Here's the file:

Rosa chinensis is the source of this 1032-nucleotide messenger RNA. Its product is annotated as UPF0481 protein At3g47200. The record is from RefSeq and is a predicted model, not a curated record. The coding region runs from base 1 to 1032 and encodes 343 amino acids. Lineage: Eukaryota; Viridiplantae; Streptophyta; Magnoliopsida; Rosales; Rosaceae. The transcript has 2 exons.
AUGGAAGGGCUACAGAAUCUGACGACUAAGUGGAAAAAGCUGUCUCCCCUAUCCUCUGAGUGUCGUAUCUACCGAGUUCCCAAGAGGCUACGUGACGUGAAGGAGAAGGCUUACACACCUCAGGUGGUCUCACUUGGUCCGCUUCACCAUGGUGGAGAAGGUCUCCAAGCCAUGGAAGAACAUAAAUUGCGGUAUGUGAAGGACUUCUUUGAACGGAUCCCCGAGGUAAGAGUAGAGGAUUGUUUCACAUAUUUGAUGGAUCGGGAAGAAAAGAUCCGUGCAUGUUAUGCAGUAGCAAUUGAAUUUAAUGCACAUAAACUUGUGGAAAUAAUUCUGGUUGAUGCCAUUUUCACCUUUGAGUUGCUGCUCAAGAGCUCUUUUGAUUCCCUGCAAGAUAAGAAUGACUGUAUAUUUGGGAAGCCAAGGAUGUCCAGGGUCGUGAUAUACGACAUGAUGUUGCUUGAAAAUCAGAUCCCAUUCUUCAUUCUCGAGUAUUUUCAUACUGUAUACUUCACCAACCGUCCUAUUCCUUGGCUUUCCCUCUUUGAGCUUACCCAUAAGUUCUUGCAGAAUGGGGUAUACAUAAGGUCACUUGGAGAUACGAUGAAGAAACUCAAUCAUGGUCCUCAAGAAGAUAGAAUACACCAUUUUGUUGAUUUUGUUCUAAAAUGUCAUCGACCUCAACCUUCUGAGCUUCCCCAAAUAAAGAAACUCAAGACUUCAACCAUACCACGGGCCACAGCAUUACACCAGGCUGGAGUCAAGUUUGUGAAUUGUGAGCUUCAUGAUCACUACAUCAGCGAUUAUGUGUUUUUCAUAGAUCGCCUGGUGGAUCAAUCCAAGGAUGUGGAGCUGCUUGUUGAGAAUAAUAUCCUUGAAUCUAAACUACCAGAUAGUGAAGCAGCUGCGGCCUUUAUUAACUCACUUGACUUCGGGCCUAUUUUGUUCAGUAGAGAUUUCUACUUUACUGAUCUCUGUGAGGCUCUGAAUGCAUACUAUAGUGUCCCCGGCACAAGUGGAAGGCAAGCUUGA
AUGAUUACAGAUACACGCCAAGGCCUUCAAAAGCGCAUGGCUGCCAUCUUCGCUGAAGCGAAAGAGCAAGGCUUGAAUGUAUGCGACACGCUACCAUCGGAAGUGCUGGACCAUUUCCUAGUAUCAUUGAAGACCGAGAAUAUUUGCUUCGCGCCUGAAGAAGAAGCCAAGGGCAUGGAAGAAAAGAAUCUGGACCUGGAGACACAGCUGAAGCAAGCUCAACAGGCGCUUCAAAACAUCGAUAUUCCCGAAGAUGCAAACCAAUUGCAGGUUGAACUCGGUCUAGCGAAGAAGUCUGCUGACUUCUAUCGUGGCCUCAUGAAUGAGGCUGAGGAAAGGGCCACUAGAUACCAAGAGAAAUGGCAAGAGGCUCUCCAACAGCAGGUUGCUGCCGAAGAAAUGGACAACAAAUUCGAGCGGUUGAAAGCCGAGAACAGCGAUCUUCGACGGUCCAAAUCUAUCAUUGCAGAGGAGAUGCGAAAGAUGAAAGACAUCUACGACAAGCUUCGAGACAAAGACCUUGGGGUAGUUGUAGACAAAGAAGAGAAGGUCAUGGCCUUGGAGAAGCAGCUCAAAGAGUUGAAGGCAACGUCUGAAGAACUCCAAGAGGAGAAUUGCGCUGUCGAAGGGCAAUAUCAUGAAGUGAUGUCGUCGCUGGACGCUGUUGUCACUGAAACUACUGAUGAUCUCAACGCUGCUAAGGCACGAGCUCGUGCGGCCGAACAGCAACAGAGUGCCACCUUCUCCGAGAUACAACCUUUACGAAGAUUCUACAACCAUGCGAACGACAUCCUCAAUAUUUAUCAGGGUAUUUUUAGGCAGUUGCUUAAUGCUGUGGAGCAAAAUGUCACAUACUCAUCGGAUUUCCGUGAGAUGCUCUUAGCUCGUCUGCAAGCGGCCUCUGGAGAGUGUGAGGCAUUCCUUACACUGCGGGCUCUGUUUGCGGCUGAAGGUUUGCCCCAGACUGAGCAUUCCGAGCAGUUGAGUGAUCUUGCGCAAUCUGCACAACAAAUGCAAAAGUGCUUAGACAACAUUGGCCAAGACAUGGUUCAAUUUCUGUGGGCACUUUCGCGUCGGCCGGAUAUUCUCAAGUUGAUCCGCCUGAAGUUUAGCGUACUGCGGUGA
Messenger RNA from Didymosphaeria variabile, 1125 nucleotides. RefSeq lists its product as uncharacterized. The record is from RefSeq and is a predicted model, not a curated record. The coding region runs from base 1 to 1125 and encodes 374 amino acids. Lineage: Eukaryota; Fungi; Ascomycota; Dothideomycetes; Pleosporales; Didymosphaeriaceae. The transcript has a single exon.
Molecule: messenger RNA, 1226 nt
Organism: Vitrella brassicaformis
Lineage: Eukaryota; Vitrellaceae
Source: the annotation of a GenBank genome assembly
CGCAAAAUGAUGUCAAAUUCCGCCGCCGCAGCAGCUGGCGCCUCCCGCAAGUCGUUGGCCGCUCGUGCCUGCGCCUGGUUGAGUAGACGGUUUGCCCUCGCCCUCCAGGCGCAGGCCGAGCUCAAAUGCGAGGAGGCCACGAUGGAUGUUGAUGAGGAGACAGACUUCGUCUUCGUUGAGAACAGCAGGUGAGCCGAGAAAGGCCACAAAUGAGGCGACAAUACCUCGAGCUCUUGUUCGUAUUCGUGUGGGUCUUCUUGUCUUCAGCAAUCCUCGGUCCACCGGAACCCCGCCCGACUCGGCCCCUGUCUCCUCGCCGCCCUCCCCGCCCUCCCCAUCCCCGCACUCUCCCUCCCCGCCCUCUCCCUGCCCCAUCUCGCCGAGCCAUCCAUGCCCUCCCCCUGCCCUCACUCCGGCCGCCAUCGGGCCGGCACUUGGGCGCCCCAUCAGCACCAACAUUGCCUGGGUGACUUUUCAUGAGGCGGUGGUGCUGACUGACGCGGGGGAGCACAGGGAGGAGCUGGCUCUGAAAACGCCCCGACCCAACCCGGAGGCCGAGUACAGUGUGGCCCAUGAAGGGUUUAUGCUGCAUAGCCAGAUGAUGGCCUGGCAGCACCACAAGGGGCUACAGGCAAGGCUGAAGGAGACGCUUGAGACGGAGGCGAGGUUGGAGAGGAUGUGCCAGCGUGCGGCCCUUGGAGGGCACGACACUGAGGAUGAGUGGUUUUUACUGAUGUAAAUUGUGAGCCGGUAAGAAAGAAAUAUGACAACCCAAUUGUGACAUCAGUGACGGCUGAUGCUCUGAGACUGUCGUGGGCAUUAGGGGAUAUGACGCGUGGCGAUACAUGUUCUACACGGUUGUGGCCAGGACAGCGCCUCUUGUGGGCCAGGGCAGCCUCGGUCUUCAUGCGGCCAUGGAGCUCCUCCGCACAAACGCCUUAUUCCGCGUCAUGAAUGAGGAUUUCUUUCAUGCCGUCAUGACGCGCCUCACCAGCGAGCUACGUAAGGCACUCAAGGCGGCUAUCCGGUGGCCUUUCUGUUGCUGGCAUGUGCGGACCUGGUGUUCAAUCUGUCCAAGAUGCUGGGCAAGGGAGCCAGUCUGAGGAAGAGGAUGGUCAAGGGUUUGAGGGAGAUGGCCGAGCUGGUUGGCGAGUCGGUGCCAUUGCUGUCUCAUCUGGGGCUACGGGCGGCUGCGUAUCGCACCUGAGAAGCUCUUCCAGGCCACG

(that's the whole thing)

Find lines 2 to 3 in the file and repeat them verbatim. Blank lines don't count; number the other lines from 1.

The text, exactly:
AUGGAAGGGCUACAGAAUCUGACGACUAAGUGGAAAAAGCUGUCUCCCCUAUCCUCUGAGUGUCGUAUCUACCGAGUUCCCAAGAGGCUACGUGACGUGAAGGAGAAGGCUUACACACCUCAGGUGGUCUCACUUGGUCCGCUUCACCAUGGUGGAGAAGGUCUCCAAGCCAUGGAAGAACAUAAAUUGCGGUAUGUGAAGGACUUCUUUGAACGGAUCCCCGAGGUAAGAGUAGAGGAUUGUUUCACAUAUUUGAUGGAUCGGGAAGAAAAGAUCCGUGCAUGUUAUGCAGUAGCAAUUGAAUUUAAUGCACAUAAACUUGUGGAAAUAAUUCUGGUUGAUGCCAUUUUCACCUUUGAGUUGCUGCUCAAGAGCUCUUUUGAUUCCCUGCAAGAUAAGAAUGACUGUAUAUUUGGGAAGCCAAGGAUGUCCAGGGUCGUGAUAUACGACAUGAUGUUGCUUGAAAAUCAGAUCCCAUUCUUCAUUCUCGAGUAUUUUCAUACUGUAUACUUCACCAACCGUCCUAUUCCUUGGCUUUCCCUCUUUGAGCUUACCCAUAAGUUCUUGCAGAAUGGGGUAUACAUAAGGUCACUUGGAGAUACGAUGAAGAAACUCAAUCAUGGUCCUCAAGAAGAUAGAAUACACCAUUUUGUUGAUUUUGUUCUAAAAUGUCAUCGACCUCAACCUUCUGAGCUUCCCCAAAUAAAGAAACUCAAGACUUCAACCAUACCACGGGCCACAGCAUUACACCAGGCUGGAGUCAAGUUUGUGAAUUGUGAGCUUCAUGAUCACUACAUCAGCGAUUAUGUGUUUUUCAUAGAUCGCCUGGUGGAUCAAUCCAAGGAUGUGGAGCUGCUUGUUGAGAAUAAUAUCCUUGAAUCUAAACUACCAGAUAGUGAAGCAGCUGCGGCCUUUAUUAACUCACUUGACUUCGGGCCUAUUUUGUUCAGUAGAGAUUUCUACUUUACUGAUCUCUGUGAGGCUCUGAAUGCAUACUAUAGUGUCCCCGGCACAAGUGGAAGGCAAGCUUGA
AUGAUUACAGAUACACGCCAAGGCCUUCAAAAGCGCAUGGCUGCCAUCUUCGCUGAAGCGAAAGAGCAAGGCUUGAAUGUAUGCGACACGCUACCAUCGGAAGUGCUGGACCAUUUCCUAGUAUCAUUGAAGACCGAGAAUAUUUGCUUCGCGCCUGAAGAAGAAGCCAAGGGCAUGGAAGAAAAGAAUCUGGACCUGGAGACACAGCUGAAGCAAGCUCAACAGGCGCUUCAAAACAUCGAUAUUCCCGAAGAUGCAAACCAAUUGCAGGUUGAACUCGGUCUAGCGAAGAAGUCUGCUGACUUCUAUCGUGGCCUCAUGAAUGAGGCUGAGGAAAGGGCCACUAGAUACCAAGAGAAAUGGCAAGAGGCUCUCCAACAGCAGGUUGCUGCCGAAGAAAUGGACAACAAAUUCGAGCGGUUGAAAGCCGAGAACAGCGAUCUUCGACGGUCCAAAUCUAUCAUUGCAGAGGAGAUGCGAAAGAUGAAAGACAUCUACGACAAGCUUCGAGACAAAGACCUUGGGGUAGUUGUAGACAAAGAAGAGAAGGUCAUGGCCUUGGAGAAGCAGCUCAAAGAGUUGAAGGCAACGUCUGAAGAACUCCAAGAGGAGAAUUGCGCUGUCGAAGGGCAAUAUCAUGAAGUGAUGUCGUCGCUGGACGCUGUUGUCACUGAAACUACUGAUGAUCUCAACGCUGCUAAGGCACGAGCUCGUGCGGCCGAACAGCAACAGAGUGCCACCUUCUCCGAGAUACAACCUUUACGAAGAUUCUACAACCAUGCGAACGACAUCCUCAAUAUUUAUCAGGGUAUUUUUAGGCAGUUGCUUAAUGCUGUGGAGCAAAAUGUCACAUACUCAUCGGAUUUCCGUGAGAUGCUCUUAGCUCGUCUGCAAGCGGCCUCUGGAGAGUGUGAGGCAUUCCUUACACUGCGGGCUCUGUUUGCGGCUGAAGGUUUGCCCCAGACUGAGCAUUCCGAGCAGUUGAGUGAUCUUGCGCAAUCUGCACAACAAAUGCAAAAGUGCUUAGACAACAUUGGCCAAGACAUGGUUCAAUUUCUGUGGGCACUUUCGCGUCGGCCGGAUAUUCUCAAGUUGAUCCGCCUGAAGUUUAGCGUACUGCGGUGA